What’s next for the war(s) in Syria?
Saban Forum 2017: “America First” and the Middle East
Indian Prime Minister Modi visits the U.S. and Israel
Israel and Iran were on a collision course even without the JCPOA following apart. Now that Iran is rebuilding its nuclear infrastructure, it's difficult to see how conflict can be avoided—Israel has made it clear that a nuclear Iran is not an option, and Iran is all but daring Israel to stop it.
It’s very challenging for [Israeli officials] to continue to argue that that kind of external engagement with Israeli civil society represents some sort of threat to Israeli sovereignty if they are attempting to do the same things themselves [with American Jewish charities].
The political point is that each side of this conflict has their own narrative about the status of the Gaza Strip and Israel’s role. The argument is not whether this is a border. The argument is whether Israel is occupying Gaza.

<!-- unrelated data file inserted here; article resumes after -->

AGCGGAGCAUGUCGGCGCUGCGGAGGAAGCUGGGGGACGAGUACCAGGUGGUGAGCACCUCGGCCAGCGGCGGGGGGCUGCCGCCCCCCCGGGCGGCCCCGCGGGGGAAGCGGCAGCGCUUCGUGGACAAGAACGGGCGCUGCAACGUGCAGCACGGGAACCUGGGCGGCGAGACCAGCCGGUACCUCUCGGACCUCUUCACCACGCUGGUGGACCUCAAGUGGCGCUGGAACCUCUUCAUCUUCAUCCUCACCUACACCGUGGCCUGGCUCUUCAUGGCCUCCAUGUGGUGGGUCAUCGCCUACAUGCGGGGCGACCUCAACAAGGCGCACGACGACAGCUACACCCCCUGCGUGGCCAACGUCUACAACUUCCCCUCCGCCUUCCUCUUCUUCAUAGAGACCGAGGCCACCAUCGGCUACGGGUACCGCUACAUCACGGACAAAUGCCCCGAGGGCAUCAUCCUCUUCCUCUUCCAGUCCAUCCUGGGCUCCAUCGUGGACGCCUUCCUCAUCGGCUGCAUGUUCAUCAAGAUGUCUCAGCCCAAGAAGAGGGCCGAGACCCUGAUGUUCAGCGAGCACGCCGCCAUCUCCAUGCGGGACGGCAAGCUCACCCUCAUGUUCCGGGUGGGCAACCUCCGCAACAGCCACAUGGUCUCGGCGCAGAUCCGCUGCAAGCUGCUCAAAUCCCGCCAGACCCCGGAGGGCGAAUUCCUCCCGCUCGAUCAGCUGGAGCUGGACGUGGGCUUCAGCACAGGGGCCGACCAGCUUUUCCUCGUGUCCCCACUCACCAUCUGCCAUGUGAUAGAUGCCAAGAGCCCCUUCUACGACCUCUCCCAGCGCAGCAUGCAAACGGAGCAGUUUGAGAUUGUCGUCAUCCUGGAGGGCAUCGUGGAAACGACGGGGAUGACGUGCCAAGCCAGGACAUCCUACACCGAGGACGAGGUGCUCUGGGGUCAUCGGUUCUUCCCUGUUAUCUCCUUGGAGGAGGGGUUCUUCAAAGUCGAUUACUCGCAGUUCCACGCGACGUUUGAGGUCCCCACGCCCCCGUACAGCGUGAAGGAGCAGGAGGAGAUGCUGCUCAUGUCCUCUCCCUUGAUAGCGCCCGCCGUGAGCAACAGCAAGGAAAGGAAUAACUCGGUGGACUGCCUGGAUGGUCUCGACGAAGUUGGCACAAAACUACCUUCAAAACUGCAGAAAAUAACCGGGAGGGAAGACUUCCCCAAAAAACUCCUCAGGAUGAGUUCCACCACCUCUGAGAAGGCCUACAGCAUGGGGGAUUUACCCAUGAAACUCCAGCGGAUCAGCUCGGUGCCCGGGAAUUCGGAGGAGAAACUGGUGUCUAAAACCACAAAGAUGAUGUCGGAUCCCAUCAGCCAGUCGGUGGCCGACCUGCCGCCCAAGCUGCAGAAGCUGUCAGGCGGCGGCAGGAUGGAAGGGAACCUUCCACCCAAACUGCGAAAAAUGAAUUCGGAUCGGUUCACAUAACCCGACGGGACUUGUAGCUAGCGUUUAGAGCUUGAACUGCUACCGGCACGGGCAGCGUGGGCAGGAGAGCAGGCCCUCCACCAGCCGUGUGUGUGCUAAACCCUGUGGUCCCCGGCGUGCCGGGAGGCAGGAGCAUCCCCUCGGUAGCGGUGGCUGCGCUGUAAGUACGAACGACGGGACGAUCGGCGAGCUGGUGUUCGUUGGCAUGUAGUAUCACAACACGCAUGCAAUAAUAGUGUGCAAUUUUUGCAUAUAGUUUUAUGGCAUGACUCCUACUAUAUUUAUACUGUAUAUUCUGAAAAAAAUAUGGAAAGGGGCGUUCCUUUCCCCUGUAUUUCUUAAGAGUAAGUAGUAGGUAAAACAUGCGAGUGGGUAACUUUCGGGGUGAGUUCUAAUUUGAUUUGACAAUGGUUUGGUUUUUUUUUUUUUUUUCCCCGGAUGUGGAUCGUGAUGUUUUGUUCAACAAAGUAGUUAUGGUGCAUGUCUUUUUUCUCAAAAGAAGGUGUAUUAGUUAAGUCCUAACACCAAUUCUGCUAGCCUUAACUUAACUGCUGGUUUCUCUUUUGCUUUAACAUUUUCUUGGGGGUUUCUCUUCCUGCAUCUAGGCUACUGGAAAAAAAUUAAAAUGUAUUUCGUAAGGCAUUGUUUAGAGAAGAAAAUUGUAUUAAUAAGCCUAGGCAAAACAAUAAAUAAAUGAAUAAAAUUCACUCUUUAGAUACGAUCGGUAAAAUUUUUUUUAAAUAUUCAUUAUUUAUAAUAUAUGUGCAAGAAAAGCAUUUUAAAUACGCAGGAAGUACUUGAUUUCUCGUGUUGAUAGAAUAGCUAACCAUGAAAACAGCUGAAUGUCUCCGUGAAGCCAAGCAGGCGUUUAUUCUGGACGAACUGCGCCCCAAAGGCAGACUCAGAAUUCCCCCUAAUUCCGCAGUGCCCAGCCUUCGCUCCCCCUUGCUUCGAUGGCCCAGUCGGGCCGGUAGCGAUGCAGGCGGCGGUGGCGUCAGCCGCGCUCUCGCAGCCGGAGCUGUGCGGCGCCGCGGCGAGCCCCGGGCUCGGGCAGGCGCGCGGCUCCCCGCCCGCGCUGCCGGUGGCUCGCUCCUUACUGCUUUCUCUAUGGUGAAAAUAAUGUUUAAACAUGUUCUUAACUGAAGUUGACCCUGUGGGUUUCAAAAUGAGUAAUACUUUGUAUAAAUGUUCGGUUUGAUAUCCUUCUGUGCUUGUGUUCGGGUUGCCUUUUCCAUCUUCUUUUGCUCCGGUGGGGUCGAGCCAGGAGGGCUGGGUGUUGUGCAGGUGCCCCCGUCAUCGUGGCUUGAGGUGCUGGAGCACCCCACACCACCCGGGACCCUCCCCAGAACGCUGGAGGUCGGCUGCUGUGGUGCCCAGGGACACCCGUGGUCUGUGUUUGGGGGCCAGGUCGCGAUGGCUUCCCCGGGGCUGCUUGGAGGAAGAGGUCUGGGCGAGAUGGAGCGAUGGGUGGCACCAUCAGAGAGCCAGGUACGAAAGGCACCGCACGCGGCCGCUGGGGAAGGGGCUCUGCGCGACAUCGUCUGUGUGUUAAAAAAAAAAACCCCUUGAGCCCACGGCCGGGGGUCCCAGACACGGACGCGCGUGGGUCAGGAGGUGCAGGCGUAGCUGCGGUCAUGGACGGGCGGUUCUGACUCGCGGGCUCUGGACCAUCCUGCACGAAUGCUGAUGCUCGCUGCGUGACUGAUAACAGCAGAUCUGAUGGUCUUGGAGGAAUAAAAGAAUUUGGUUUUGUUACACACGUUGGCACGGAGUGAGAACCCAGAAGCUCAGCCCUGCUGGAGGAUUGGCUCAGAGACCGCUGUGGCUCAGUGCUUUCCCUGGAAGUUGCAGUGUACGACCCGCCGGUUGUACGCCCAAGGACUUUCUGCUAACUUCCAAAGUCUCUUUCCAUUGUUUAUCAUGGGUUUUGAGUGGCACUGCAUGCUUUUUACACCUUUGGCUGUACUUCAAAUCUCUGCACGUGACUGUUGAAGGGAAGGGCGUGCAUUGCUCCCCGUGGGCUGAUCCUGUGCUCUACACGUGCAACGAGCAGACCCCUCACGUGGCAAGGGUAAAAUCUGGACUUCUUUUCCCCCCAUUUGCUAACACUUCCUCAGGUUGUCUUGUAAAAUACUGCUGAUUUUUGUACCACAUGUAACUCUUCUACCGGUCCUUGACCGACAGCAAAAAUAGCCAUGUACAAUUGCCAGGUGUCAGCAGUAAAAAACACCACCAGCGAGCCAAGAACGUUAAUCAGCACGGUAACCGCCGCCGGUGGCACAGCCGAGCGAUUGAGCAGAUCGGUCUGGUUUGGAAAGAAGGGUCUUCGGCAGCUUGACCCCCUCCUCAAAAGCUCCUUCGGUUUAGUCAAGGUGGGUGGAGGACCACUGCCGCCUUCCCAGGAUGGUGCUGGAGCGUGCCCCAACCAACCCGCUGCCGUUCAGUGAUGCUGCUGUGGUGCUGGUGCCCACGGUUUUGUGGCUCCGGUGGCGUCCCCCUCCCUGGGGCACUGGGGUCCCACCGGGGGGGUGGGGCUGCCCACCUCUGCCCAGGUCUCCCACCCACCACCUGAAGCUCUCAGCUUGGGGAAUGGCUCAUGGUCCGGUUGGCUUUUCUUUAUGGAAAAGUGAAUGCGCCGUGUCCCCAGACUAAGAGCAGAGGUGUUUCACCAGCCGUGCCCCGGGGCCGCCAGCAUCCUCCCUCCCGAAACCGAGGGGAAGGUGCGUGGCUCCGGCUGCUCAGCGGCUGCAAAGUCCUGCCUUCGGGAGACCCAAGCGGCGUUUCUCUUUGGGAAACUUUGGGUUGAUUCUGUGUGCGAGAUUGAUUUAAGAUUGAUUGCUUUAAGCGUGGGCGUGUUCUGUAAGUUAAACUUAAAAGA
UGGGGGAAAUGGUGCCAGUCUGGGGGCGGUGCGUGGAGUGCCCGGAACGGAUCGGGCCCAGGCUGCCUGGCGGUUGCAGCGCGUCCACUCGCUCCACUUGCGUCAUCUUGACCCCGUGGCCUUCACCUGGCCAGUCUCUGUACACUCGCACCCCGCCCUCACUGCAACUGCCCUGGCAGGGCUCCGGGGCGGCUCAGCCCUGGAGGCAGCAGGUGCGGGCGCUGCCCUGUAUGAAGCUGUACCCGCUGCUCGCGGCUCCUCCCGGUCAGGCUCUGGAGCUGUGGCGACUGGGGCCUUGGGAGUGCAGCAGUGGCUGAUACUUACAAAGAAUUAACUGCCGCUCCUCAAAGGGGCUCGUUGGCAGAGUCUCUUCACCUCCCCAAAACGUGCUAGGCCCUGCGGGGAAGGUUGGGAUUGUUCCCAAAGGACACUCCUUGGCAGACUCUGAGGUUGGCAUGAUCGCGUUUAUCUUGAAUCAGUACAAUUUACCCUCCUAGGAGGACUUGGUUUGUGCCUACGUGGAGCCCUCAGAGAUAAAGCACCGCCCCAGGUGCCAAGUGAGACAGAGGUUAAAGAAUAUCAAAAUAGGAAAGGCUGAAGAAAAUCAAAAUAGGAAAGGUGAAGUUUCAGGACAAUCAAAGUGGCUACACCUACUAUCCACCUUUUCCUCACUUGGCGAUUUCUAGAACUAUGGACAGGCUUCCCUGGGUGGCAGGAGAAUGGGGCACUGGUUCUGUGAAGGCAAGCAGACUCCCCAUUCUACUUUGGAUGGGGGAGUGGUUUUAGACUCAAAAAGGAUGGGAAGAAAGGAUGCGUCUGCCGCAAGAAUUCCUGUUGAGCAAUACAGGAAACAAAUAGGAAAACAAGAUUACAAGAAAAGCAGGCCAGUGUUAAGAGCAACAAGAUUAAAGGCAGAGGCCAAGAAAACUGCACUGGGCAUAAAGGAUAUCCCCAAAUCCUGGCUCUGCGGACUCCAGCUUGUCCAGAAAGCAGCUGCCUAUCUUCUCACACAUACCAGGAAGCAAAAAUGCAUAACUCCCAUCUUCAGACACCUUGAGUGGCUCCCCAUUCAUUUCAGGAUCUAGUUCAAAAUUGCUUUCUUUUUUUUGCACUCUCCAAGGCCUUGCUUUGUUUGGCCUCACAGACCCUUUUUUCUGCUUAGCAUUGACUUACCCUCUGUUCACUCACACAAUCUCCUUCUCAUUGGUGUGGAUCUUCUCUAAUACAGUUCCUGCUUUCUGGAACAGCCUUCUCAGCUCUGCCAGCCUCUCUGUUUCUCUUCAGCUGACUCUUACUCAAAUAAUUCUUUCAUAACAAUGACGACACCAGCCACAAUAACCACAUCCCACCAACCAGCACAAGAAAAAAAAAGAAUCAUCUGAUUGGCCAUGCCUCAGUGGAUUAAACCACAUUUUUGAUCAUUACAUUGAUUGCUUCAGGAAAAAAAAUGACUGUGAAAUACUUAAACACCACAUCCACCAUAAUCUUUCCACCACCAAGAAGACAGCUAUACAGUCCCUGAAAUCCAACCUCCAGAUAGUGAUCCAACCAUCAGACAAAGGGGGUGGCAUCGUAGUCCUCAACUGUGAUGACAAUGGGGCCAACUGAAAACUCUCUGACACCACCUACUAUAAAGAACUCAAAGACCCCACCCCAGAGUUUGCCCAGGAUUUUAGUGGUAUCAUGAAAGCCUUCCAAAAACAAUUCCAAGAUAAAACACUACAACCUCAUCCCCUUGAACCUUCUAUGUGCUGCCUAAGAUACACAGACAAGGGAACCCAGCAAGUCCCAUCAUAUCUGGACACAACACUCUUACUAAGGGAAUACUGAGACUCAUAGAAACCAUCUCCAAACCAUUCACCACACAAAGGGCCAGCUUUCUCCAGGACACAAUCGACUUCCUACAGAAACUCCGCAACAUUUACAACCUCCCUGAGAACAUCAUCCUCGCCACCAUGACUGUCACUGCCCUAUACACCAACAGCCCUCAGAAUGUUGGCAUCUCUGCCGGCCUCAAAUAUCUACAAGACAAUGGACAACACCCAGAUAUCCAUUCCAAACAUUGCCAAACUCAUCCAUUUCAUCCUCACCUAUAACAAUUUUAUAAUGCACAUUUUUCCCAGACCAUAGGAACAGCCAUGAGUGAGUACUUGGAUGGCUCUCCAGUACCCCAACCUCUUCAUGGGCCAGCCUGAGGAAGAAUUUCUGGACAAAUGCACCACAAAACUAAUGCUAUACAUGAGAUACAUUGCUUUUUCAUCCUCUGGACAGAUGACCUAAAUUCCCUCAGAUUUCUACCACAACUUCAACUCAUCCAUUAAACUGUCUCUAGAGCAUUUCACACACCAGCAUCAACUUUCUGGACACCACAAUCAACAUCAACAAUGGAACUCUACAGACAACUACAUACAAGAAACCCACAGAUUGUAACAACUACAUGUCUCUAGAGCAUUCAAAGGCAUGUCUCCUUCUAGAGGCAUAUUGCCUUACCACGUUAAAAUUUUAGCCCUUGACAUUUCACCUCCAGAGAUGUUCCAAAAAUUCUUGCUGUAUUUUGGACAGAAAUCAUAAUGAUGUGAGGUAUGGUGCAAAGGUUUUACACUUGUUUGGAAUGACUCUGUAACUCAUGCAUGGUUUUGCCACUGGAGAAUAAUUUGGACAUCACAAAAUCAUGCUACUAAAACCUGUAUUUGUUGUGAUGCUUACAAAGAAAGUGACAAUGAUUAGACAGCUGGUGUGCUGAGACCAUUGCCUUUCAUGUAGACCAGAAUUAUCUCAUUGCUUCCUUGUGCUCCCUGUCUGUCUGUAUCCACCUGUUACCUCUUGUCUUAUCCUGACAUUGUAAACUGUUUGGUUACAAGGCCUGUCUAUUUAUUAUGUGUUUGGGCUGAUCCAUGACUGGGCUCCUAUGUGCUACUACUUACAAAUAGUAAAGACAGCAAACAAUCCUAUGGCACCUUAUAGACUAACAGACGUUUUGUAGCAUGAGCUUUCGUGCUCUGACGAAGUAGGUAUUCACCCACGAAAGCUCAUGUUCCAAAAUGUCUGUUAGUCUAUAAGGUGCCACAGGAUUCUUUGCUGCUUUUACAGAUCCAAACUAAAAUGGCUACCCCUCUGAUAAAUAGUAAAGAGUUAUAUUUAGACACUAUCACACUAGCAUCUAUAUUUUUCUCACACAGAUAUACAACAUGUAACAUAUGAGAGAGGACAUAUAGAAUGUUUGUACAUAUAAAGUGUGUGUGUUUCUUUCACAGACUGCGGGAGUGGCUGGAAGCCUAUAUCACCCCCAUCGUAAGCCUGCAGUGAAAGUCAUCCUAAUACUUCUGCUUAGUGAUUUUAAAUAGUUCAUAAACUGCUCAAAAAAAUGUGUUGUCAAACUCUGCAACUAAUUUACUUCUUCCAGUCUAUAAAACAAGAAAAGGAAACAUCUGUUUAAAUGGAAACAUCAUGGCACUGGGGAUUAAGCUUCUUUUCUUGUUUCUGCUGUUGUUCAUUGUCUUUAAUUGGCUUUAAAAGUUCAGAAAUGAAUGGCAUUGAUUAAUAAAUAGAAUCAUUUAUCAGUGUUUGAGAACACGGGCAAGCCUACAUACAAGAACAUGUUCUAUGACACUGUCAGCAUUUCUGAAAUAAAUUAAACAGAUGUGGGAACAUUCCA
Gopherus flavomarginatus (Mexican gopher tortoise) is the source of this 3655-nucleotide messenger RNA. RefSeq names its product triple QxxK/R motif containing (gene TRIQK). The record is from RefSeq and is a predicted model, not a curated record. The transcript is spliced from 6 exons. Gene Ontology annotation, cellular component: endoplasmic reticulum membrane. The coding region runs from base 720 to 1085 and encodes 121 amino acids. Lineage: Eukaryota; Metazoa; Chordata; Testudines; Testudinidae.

This back and forth — an Iranian attack on Israeli posts on the Golan and a widespread Israeli response against numerous Iranian targets in Syria — was not a one-off flare-up or a case of hot heads prevailing. This is part of a structural conflict unfolding between Israel and Iran in Syria.
For all of us who care about preventing an Iranian nuclear bomb, what’s the best way to keep preventing that? [The JCPOA is] not perfect, but it’s something. These conventions are never based on the premise that all the parties are telling the truth, it’s about enforcement mechanisms. No arms control agreement is based in trust.